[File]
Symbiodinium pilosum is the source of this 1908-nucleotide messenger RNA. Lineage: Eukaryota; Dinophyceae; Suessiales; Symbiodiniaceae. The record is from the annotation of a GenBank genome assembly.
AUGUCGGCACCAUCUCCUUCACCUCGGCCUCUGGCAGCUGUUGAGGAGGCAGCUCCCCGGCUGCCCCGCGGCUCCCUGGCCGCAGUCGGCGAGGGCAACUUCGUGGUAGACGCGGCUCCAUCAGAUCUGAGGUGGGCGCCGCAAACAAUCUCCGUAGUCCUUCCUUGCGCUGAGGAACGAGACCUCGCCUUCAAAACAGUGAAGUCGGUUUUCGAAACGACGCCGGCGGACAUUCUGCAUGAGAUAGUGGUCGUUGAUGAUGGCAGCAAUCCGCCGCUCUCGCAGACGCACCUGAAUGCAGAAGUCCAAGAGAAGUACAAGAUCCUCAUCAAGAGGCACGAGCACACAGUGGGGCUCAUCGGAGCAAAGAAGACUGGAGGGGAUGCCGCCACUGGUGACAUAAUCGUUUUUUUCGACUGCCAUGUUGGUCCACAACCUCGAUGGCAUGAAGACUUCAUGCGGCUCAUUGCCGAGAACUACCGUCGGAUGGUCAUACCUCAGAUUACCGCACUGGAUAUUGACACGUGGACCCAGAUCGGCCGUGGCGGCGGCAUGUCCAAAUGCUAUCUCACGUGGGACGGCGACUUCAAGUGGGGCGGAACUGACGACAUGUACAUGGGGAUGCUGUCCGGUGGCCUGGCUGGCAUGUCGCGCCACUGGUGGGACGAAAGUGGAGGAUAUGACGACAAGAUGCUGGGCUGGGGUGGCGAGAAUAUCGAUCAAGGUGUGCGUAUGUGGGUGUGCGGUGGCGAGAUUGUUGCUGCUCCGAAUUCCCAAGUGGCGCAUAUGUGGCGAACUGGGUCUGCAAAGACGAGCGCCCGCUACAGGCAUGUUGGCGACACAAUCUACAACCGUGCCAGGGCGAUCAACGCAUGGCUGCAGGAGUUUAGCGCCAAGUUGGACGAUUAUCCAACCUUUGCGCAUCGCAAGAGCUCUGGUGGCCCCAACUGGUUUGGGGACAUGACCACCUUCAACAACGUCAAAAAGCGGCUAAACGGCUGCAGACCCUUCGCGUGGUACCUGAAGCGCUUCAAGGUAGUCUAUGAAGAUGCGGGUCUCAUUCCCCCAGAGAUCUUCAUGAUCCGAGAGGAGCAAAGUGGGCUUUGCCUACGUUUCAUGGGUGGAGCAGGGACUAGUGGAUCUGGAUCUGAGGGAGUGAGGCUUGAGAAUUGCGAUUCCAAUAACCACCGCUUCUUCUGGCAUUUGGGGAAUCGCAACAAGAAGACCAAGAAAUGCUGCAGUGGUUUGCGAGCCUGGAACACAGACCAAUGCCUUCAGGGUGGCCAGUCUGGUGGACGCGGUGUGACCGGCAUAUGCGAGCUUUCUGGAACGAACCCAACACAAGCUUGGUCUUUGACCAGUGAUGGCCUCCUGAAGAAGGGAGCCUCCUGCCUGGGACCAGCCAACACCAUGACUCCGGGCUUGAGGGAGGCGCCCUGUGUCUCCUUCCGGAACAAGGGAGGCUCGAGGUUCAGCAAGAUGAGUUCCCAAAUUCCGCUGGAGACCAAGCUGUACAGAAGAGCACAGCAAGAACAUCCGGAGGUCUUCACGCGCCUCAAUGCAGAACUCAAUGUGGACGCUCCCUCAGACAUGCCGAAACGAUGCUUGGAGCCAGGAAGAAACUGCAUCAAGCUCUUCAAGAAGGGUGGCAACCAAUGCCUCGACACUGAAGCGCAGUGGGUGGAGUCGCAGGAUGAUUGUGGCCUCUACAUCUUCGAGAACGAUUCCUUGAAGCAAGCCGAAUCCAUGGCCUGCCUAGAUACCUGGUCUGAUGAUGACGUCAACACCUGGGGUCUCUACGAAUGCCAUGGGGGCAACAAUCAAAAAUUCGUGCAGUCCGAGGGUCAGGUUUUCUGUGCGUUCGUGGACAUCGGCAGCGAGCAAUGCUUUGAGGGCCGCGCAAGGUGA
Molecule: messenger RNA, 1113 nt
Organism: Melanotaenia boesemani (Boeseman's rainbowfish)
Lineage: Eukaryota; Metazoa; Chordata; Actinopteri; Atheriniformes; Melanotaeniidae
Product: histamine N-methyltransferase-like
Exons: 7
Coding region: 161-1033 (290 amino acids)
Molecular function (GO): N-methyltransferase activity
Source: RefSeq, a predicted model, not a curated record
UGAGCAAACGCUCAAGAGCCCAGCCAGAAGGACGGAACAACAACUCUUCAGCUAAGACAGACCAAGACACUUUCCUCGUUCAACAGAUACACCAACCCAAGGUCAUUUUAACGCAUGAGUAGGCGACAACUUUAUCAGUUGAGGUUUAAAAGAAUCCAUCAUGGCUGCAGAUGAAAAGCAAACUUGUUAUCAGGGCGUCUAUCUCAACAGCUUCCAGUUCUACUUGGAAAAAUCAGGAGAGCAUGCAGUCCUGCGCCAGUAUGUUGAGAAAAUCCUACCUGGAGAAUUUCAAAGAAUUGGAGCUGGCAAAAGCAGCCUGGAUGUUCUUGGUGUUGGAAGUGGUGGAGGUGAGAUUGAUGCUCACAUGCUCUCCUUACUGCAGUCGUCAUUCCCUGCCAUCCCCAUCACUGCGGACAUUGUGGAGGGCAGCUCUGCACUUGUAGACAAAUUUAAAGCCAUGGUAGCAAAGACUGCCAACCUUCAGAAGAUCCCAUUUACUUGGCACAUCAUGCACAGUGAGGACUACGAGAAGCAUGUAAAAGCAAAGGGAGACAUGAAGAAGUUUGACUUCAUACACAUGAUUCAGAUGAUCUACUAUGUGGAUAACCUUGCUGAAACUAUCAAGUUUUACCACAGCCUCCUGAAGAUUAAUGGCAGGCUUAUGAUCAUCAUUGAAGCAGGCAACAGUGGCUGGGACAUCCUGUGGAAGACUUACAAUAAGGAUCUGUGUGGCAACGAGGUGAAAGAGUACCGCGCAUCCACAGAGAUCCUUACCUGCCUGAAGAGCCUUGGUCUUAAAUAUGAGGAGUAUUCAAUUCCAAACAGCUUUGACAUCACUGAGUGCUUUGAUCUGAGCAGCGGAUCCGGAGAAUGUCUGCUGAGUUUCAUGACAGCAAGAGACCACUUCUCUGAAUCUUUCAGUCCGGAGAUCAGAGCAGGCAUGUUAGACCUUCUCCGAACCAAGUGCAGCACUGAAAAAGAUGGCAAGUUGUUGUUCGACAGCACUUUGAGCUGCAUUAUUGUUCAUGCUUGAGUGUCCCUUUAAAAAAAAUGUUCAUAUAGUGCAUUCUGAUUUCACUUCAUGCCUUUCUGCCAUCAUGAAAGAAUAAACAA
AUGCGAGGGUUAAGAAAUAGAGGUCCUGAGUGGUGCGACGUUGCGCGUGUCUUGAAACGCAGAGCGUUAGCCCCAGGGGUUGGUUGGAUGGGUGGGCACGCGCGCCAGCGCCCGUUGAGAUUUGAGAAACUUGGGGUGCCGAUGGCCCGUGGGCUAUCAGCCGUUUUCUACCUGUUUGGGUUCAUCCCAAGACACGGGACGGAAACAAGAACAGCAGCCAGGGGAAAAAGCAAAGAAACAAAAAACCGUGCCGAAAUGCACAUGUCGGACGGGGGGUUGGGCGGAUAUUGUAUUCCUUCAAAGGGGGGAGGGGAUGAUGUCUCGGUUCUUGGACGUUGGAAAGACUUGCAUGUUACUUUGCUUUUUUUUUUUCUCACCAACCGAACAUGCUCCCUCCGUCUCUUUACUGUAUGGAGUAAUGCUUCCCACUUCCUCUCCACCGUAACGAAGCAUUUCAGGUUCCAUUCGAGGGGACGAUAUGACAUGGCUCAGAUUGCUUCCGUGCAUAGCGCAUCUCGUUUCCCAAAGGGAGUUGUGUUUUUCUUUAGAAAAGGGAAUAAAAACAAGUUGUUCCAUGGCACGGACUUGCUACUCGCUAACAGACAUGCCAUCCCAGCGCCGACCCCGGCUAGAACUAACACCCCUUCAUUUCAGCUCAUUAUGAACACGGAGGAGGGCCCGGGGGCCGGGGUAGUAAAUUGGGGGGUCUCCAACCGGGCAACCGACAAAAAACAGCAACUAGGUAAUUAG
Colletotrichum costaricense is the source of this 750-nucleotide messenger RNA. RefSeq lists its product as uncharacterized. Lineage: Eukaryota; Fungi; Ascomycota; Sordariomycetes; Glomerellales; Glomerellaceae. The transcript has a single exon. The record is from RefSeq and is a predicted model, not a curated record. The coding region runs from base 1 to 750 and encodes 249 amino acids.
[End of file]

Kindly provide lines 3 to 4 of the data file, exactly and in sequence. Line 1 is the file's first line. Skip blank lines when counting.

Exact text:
Molecule: messenger RNA, 1113 nt
Organism: Melanotaenia boesemani (Boeseman's rainbowfish)